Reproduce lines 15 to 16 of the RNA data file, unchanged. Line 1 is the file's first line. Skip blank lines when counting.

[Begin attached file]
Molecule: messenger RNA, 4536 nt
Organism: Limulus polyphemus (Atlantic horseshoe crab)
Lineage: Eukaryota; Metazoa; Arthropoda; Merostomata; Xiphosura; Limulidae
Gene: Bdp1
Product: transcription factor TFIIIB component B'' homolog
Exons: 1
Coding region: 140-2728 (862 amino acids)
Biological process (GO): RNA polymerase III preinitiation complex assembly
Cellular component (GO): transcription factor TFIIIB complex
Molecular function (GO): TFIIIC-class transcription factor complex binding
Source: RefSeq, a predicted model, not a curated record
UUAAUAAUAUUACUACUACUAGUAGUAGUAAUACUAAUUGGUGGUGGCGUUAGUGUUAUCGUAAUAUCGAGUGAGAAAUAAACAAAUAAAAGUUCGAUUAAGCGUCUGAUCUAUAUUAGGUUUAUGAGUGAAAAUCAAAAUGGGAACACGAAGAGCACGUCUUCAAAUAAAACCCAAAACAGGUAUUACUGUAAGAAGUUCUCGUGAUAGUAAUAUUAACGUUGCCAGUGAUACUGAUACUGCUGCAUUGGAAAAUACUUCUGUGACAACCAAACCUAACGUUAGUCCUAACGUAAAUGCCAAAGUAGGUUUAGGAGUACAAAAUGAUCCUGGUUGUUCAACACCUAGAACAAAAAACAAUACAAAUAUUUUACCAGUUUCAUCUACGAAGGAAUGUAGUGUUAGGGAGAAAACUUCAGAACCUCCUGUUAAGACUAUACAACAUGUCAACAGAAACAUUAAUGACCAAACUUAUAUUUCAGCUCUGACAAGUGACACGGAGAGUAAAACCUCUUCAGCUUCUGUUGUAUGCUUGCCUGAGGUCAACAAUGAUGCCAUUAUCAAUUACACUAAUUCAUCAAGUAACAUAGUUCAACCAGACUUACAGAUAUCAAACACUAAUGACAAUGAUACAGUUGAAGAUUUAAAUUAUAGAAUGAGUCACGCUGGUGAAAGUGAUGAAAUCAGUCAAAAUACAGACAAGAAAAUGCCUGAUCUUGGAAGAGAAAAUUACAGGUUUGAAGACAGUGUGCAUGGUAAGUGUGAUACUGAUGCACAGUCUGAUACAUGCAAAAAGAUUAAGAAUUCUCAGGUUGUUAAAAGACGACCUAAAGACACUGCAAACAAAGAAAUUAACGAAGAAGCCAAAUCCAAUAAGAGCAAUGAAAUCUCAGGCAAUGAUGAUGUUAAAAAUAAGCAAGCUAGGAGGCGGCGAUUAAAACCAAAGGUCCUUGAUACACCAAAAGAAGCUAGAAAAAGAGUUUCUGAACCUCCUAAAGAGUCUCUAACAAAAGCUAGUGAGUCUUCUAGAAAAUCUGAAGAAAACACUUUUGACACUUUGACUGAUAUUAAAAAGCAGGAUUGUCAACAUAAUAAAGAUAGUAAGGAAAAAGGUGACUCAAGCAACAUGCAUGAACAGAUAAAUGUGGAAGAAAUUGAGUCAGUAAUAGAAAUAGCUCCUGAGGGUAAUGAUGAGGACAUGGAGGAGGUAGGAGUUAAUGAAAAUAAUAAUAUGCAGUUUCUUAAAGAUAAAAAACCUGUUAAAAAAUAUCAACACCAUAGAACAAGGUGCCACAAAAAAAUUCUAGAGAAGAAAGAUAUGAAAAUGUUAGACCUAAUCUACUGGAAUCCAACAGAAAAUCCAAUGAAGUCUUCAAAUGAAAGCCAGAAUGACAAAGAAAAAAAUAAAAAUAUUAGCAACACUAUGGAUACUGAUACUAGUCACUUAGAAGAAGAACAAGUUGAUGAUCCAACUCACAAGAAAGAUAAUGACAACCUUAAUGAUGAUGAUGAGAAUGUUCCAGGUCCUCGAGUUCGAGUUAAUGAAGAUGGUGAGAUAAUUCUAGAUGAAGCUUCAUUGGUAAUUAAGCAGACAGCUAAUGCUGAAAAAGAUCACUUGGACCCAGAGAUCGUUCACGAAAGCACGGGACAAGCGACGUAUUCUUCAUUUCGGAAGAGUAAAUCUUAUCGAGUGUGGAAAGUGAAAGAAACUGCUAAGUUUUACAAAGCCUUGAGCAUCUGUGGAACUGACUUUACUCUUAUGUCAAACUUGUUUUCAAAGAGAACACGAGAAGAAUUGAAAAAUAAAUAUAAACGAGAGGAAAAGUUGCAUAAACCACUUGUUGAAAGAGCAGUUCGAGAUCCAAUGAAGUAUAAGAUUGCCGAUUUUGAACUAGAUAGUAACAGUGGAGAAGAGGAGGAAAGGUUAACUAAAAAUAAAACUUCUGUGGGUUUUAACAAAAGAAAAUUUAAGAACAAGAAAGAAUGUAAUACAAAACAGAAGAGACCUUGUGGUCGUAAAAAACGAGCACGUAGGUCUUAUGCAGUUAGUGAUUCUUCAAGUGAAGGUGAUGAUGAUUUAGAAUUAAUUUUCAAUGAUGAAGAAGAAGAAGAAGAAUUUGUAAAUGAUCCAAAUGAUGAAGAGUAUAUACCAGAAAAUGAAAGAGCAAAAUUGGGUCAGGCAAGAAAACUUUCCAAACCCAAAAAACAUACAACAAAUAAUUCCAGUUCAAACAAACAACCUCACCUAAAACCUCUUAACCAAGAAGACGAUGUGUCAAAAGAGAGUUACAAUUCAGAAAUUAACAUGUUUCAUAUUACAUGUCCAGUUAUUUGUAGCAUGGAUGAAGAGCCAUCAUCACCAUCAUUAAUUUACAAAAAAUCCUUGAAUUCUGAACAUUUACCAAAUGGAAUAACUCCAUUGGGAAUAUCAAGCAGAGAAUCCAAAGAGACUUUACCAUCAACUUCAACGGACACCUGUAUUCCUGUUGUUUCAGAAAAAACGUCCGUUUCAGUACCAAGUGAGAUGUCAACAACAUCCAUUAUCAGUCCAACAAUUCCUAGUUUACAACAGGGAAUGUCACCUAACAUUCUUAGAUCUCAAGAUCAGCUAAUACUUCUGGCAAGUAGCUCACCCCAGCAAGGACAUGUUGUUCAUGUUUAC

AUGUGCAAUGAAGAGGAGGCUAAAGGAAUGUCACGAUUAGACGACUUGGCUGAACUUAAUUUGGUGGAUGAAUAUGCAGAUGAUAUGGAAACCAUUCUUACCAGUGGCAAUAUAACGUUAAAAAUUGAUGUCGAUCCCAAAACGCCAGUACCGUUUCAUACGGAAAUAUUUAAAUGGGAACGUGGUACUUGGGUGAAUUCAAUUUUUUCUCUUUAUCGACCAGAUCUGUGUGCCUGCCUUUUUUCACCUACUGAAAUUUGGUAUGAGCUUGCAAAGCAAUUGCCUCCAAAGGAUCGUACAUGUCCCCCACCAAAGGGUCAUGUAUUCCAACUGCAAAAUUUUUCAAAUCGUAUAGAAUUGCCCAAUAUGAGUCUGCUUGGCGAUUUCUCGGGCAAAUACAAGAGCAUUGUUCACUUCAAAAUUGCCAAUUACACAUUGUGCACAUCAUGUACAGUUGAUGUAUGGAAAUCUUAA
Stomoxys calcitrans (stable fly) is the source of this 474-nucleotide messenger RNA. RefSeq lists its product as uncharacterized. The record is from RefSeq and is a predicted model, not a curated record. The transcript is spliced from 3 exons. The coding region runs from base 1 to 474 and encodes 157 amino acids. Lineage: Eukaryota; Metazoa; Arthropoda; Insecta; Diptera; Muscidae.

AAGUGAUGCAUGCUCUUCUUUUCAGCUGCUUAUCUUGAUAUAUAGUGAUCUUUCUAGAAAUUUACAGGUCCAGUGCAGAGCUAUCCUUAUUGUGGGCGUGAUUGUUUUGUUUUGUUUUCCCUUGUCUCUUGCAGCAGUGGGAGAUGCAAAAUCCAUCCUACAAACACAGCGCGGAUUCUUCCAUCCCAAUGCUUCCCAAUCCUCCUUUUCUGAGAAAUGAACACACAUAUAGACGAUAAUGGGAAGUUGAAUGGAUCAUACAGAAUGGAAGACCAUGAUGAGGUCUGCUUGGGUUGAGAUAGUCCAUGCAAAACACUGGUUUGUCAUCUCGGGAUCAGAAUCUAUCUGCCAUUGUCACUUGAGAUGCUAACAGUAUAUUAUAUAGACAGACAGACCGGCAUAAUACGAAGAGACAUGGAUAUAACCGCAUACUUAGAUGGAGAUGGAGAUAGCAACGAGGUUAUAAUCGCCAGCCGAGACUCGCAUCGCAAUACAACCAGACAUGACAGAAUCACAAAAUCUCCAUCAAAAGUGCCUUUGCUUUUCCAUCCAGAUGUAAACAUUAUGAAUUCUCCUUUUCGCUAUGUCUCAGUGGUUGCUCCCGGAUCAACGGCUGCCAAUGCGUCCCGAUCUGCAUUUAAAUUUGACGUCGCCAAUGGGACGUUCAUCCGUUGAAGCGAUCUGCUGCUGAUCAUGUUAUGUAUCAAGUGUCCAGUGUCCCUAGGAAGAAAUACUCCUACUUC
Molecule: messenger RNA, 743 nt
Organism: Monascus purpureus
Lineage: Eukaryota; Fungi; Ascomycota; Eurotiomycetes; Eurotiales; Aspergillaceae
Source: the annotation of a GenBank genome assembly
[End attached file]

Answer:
AAGUGAUGCAUGCUCUUCUUUUCAGCUGCUUAUCUUGAUAUAUAGUGAUCUUUCUAGAAAUUUACAGGUCCAGUGCAGAGCUAUCCUUAUUGUGGGCGUGAUUGUUUUGUUUUGUUUUCCCUUGUCUCUUGCAGCAGUGGGAGAUGCAAAAUCCAUCCUACAAACACAGCGCGGAUUCUUCCAUCCCAAUGCUUCCCAAUCCUCCUUUUCUGAGAAAUGAACACACAUAUAGACGAUAAUGGGAAGUUGAAUGGAUCAUACAGAAUGGAAGACCAUGAUGAGGUCUGCUUGGGUUGAGAUAGUCCAUGCAAAACACUGGUUUGUCAUCUCGGGAUCAGAAUCUAUCUGCCAUUGUCACUUGAGAUGCUAACAGUAUAUUAUAUAGACAGACAGACCGGCAUAAUACGAAGAGACAUGGAUAUAACCGCAUACUUAGAUGGAGAUGGAGAUAGCAACGAGGUUAUAAUCGCCAGCCGAGACUCGCAUCGCAAUACAACCAGACAUGACAGAAUCACAAAAUCUCCAUCAAAAGUGCCUUUGCUUUUCCAUCCAGAUGUAAACAUUAUGAAUUCUCCUUUUCGCUAUGUCUCAGUGGUUGCUCCCGGAUCAACGGCUGCCAAUGCGUCCCGAUCUGCAUUUAAAUUUGACGUCGCCAAUGGGACGUUCAUCCGUUGAAGCGAUCUGCUGCUGAUCAUGUUAUGUAUCAAGUGUCCAGUGUCCCUAGGAAGAAAUACUCCUACUUC
Molecule: messenger RNA, 743 nt